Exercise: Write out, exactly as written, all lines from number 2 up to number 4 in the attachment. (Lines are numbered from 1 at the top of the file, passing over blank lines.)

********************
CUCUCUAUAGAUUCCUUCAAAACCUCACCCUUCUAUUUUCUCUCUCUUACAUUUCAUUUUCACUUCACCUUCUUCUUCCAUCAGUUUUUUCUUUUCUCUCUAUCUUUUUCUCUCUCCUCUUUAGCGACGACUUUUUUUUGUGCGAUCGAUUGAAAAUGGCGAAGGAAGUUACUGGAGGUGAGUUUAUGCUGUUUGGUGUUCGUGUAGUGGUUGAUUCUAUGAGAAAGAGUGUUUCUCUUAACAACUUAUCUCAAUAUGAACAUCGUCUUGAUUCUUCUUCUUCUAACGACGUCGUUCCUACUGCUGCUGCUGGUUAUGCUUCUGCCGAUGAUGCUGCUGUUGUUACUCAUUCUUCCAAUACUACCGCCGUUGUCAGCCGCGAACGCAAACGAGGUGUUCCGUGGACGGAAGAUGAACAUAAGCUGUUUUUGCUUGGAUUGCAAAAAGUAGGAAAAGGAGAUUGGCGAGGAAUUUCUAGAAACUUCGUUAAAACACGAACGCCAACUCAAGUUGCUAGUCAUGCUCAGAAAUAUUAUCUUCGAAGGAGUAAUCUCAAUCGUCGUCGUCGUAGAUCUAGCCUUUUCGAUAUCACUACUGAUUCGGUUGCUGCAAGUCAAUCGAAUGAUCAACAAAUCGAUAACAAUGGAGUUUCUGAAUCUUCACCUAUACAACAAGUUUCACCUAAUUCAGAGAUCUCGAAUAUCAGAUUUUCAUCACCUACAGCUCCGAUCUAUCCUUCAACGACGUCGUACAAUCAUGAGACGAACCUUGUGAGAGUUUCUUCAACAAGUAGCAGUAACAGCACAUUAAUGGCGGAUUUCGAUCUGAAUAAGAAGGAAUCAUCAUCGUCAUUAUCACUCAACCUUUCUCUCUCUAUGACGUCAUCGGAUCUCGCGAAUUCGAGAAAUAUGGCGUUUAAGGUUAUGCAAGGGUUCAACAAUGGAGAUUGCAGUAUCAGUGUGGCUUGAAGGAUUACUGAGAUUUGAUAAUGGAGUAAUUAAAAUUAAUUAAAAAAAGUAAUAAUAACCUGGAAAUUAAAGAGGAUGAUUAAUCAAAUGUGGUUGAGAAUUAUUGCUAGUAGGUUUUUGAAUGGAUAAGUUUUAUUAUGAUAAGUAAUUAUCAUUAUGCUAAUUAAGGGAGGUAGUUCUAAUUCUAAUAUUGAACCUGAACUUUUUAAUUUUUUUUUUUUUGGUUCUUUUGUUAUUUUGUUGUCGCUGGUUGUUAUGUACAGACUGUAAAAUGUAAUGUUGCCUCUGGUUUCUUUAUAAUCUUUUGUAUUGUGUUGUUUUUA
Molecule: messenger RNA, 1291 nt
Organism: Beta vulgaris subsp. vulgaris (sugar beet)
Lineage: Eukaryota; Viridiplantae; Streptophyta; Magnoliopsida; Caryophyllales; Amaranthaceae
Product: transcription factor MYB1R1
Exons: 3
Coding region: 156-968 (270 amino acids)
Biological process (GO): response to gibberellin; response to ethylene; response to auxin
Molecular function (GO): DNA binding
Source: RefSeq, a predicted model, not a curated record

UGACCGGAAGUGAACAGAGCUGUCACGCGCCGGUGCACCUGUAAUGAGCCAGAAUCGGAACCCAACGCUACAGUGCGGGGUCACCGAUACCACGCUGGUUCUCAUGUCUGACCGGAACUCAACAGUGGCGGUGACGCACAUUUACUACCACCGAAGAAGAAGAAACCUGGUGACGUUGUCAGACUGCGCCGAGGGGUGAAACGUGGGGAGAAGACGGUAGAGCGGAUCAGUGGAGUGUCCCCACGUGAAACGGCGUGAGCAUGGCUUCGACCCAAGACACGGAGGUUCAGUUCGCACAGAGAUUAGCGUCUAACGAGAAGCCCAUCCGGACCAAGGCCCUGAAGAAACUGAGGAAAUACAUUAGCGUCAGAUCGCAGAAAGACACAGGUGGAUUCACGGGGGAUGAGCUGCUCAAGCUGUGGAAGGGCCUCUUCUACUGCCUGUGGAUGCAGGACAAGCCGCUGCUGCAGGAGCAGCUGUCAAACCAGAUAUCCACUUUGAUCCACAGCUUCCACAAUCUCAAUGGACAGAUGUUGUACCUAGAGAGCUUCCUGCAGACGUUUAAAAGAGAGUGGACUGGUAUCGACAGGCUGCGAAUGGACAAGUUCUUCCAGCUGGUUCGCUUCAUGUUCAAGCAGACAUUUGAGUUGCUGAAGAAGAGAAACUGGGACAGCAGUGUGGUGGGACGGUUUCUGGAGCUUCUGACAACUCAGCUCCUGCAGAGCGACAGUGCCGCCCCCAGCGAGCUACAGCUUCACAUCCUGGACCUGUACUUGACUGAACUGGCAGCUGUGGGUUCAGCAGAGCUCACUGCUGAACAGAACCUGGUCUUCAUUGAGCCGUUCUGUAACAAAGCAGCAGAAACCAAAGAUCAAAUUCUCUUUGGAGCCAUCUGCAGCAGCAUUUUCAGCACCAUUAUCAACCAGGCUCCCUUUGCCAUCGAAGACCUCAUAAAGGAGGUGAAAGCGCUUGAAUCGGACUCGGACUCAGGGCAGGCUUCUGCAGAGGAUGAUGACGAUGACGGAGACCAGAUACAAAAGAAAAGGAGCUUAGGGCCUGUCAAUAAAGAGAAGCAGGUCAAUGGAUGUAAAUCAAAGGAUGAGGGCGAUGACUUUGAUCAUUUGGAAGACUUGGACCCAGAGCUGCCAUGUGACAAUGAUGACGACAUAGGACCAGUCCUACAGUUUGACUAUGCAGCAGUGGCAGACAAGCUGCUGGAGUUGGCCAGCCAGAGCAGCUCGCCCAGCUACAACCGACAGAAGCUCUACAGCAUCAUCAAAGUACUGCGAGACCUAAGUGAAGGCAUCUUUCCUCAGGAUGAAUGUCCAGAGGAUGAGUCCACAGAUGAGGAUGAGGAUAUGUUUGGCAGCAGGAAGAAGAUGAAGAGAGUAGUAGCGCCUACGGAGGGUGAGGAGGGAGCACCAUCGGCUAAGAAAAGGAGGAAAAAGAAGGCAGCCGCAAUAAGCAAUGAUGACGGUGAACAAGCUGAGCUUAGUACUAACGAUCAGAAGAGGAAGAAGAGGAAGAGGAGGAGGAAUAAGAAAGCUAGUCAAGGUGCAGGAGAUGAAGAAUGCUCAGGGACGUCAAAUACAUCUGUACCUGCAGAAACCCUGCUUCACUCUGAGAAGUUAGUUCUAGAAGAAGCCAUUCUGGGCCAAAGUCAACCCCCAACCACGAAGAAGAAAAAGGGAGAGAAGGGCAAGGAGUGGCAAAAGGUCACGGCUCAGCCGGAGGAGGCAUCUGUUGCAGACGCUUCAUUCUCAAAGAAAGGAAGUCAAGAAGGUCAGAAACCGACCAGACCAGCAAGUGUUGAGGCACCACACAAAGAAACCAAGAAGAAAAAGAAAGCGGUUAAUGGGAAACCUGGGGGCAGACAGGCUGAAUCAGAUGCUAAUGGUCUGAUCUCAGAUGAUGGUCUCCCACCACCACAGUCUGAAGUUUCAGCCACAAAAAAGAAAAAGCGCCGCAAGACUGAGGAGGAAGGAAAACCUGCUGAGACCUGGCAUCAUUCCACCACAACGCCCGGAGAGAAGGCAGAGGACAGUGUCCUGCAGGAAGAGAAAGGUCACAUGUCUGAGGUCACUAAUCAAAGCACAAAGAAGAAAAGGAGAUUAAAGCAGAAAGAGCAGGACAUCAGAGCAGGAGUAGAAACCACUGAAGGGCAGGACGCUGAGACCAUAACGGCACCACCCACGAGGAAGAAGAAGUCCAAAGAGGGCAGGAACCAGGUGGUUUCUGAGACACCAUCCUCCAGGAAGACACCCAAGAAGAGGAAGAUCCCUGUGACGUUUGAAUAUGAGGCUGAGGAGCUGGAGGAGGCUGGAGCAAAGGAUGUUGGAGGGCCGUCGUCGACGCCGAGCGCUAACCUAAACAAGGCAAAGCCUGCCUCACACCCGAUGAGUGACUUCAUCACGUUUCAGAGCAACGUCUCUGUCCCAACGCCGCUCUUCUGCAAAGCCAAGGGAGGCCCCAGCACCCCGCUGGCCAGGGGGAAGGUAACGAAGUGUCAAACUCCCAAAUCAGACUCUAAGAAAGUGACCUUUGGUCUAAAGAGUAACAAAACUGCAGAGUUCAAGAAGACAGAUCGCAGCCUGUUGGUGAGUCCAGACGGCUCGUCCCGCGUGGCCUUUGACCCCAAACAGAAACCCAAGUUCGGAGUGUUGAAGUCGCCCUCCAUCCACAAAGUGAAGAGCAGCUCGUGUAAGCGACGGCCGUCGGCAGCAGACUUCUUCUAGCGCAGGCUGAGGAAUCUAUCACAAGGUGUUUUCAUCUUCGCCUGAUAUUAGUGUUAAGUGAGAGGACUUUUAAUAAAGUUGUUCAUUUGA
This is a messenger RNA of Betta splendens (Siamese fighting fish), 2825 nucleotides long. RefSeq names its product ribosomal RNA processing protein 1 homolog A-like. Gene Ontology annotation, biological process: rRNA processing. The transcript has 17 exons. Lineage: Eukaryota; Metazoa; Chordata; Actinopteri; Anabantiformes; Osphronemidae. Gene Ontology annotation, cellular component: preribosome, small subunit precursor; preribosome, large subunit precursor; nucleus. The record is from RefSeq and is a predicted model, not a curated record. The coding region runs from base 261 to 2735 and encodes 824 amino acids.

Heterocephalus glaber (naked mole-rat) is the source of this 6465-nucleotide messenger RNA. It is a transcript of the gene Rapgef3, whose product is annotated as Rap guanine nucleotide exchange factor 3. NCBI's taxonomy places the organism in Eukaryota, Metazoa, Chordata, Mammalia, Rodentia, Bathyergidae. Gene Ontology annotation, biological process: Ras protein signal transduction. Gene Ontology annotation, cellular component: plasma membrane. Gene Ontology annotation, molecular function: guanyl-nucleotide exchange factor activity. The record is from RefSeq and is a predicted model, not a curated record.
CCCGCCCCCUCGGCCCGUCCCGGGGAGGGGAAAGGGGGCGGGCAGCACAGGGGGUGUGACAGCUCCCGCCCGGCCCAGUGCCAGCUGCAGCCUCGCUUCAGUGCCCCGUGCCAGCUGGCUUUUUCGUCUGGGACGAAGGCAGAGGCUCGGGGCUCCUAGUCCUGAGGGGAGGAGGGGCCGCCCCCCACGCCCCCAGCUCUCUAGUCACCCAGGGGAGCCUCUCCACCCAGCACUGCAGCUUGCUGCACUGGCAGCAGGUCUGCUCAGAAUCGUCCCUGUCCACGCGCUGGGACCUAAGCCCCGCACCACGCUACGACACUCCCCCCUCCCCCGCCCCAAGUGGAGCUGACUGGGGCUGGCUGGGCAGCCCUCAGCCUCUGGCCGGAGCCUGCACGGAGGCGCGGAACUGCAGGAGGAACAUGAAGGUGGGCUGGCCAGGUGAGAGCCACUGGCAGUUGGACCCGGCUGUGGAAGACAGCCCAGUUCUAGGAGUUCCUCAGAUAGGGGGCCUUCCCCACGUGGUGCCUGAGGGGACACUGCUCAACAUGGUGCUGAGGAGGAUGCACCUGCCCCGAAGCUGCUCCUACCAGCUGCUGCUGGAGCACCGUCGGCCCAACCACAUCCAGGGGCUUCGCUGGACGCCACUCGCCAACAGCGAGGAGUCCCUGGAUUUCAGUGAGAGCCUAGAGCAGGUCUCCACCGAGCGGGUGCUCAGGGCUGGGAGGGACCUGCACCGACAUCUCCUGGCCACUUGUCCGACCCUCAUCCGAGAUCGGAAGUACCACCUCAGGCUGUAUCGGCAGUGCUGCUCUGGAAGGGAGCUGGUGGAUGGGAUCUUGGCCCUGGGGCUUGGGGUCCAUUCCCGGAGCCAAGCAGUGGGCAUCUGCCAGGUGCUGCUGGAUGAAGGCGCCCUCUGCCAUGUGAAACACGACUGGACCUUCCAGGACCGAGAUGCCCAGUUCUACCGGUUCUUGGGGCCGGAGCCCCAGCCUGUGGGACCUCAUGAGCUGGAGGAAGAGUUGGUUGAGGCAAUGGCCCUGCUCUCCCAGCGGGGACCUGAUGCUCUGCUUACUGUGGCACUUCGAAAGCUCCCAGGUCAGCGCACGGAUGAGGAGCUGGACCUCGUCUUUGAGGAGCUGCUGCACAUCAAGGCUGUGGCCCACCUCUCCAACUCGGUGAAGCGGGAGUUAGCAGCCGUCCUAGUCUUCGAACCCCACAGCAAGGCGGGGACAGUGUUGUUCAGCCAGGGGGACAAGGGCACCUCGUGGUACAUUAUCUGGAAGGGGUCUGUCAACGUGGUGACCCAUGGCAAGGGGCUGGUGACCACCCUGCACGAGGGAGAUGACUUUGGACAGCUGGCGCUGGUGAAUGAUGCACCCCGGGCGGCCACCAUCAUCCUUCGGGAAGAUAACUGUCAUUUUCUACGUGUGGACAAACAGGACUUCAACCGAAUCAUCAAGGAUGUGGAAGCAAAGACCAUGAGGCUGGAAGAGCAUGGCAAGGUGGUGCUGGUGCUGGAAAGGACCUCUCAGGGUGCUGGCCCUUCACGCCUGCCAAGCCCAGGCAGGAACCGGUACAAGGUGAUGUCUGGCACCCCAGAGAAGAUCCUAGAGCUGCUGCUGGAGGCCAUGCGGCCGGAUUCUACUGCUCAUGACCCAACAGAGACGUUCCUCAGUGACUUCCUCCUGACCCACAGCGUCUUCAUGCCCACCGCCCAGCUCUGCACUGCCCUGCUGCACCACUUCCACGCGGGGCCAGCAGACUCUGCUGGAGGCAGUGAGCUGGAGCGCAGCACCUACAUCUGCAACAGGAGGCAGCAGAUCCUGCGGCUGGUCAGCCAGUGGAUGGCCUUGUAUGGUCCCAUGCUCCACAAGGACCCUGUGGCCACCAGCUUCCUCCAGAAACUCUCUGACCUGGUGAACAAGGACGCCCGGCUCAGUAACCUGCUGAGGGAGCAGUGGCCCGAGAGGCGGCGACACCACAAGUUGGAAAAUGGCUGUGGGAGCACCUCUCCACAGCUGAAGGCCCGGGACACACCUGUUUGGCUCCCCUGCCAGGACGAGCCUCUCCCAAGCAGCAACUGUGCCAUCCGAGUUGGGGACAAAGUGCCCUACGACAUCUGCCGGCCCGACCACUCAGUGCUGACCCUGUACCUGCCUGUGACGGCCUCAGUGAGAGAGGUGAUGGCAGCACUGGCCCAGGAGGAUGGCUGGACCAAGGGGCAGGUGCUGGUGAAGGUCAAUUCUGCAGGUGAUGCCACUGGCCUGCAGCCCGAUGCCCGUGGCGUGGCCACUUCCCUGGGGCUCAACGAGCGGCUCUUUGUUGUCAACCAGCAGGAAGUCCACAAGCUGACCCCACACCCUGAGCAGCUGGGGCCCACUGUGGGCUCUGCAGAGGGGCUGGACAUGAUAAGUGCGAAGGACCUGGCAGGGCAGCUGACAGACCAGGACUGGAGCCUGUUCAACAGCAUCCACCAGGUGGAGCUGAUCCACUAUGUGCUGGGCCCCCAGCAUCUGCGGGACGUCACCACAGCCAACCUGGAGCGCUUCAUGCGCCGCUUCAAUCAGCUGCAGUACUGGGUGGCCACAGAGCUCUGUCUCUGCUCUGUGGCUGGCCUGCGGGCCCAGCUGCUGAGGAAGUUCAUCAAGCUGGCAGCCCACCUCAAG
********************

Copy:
Molecule: messenger RNA, 1291 nt
Organism: Beta vulgaris subsp. vulgaris (sugar beet)
Lineage: Eukaryota; Viridiplantae; Streptophyta; Magnoliopsida; Caryophyllales; Amaranthaceae